With Sunnis now part of the political process and participating in strong numbers, the danger of disputes emerging in the immediate post-election period are higher than in the aftermath of the January elections for the transitional national assembly. Though Iraq has procedures on paper to resolve electoral disputes and Iraqi non-governmental organizations will monitor the process, no major international election monitoring presence will be in the country. Respect for the rule of law remains weak.

All of this adds up to a potentially combustible environment in the immediate post-election aftermath, with the period between balloting and the formation of a final government representing perhaps the most sensitive juncture in Iraq’s political transition to date.

2. Level of Insurgent Attacks

The ongoing attacks from Iraqi insurgents, as well as violence perpetrated by foreign terrorists, present a separate and distinct challenge to the new Iraqi government apart from the potential for violence between Iraqi political movements.

President Bush has argued that advancing Iraq’s democracy is a key element to defeating the insurgency and terrorists. But President Bush should not confuse the process of advancing democracy with the challenges of defeating terrorist networks. Recent events in Afghanistan, which has experienced a surge of violence in its post-election period, suggest that in the short run, successful democratic political processes will not reduce terrorism or lead to greater stability. Though there are signs that the political process in Iraq has divided the insurgency, a danger still exists that certain Iraqi groups may resort to violence if they feel marginalized by the political process.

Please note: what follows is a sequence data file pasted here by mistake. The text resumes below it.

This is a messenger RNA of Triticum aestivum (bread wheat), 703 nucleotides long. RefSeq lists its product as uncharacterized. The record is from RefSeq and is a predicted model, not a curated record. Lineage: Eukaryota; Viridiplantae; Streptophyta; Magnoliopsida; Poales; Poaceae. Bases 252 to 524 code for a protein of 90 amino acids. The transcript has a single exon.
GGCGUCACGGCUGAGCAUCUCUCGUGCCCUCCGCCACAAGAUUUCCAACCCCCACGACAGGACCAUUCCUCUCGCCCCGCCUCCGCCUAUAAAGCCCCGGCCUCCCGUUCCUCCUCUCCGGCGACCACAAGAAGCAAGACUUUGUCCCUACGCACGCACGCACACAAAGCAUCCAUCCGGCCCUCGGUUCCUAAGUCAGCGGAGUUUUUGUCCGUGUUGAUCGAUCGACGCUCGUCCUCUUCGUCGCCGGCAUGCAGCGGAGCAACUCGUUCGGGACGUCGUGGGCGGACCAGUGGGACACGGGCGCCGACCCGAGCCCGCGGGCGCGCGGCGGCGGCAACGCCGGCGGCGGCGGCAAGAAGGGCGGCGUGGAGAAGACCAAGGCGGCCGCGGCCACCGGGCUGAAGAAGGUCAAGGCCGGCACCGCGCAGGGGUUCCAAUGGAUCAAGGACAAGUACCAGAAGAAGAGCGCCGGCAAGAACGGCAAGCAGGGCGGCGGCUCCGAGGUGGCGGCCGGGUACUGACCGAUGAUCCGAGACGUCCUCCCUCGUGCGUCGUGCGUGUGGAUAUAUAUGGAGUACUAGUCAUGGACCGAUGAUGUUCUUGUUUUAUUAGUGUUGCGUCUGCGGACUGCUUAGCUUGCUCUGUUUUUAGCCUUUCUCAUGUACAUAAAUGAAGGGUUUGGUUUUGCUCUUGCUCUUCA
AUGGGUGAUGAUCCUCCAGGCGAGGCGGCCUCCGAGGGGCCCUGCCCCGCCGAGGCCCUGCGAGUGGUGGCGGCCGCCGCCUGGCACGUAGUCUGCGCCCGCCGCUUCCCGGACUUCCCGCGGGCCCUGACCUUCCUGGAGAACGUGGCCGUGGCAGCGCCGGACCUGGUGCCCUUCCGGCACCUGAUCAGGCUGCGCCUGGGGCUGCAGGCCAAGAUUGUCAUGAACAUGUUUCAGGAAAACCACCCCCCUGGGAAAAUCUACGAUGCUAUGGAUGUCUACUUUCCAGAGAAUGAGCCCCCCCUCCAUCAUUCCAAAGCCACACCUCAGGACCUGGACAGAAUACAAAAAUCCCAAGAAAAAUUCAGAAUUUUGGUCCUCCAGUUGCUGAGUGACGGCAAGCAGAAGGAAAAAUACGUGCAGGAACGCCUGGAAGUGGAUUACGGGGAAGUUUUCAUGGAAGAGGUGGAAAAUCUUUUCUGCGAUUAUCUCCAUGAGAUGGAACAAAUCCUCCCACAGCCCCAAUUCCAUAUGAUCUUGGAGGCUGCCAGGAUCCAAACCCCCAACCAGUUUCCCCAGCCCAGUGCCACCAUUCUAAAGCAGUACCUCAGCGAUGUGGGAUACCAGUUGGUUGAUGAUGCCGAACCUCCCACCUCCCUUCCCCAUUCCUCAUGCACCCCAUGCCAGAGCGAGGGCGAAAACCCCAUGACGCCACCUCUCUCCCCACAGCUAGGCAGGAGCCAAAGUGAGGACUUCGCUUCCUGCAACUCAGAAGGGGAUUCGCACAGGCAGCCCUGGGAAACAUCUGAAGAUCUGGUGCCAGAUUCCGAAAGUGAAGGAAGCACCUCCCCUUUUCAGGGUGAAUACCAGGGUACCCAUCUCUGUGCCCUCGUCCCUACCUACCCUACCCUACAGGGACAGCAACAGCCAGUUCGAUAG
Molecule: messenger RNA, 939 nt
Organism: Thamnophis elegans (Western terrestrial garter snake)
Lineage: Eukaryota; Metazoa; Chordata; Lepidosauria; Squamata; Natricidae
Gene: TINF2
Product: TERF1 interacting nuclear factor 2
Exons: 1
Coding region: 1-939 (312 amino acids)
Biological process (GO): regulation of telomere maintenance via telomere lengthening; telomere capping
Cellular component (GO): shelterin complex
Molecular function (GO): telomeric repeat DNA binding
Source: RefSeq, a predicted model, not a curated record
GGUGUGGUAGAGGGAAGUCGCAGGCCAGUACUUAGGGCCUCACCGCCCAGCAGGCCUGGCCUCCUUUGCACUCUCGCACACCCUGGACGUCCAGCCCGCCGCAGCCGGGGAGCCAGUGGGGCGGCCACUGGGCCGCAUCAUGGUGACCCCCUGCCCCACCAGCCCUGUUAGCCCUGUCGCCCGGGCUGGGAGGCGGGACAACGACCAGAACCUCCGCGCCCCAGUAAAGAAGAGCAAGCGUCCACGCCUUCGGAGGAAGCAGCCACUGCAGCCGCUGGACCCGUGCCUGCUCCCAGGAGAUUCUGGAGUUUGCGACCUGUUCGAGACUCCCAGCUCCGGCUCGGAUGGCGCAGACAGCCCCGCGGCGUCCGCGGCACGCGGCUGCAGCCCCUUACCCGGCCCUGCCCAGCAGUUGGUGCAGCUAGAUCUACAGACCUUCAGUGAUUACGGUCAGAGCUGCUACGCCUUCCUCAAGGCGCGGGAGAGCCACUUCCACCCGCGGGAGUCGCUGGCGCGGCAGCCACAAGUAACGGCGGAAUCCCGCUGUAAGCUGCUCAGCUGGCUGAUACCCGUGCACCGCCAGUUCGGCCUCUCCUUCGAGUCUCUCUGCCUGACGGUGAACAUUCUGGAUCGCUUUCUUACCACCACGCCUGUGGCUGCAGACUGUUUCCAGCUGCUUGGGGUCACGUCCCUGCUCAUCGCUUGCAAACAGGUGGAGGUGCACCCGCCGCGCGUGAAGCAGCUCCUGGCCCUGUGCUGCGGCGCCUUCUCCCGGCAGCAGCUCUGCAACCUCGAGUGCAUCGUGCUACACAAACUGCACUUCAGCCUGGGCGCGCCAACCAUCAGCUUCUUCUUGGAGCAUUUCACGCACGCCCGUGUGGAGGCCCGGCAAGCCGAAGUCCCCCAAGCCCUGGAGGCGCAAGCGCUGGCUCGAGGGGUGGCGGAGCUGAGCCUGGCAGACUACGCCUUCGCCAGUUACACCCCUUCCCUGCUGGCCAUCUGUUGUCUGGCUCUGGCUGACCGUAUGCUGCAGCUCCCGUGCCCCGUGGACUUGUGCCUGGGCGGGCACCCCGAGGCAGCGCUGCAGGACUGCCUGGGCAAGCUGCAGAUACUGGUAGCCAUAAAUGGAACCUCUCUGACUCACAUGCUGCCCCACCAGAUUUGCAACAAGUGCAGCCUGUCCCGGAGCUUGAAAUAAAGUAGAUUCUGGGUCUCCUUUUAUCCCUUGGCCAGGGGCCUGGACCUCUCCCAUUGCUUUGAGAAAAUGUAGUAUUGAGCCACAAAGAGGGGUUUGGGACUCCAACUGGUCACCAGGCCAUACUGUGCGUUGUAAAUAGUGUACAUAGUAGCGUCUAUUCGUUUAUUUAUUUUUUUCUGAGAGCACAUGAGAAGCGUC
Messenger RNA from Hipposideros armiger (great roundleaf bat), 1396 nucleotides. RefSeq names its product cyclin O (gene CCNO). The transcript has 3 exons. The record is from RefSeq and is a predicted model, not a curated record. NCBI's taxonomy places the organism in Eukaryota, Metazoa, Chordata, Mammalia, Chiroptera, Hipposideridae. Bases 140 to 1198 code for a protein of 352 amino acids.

3. Negotiations for Forming a Coalition Government

Once votes are tabulated and any possible election disputes are resolved, the political parties and lists that fared well in the elections will begin forming a new government. Negotiations for forming the transitional government earlier this year took nearly three months – and this was without most Iraqi Sunnis as part of the process.

The electoral outcome will shape the power dynamics in these discussions. Some analysts predict a decline in the fortunes of the United Iraqi Alliance, the dominant Shiite party that has led Iraq’s transitional government, because of growing public disenchantment with security, basic services, and allegations of corruption. Others predict that Sunni participation in these elections, with the Iraqi Accordance Front representing the most prominent Sunni political group, will lead to a decline in the number of seats held by traditional Kurdish parties.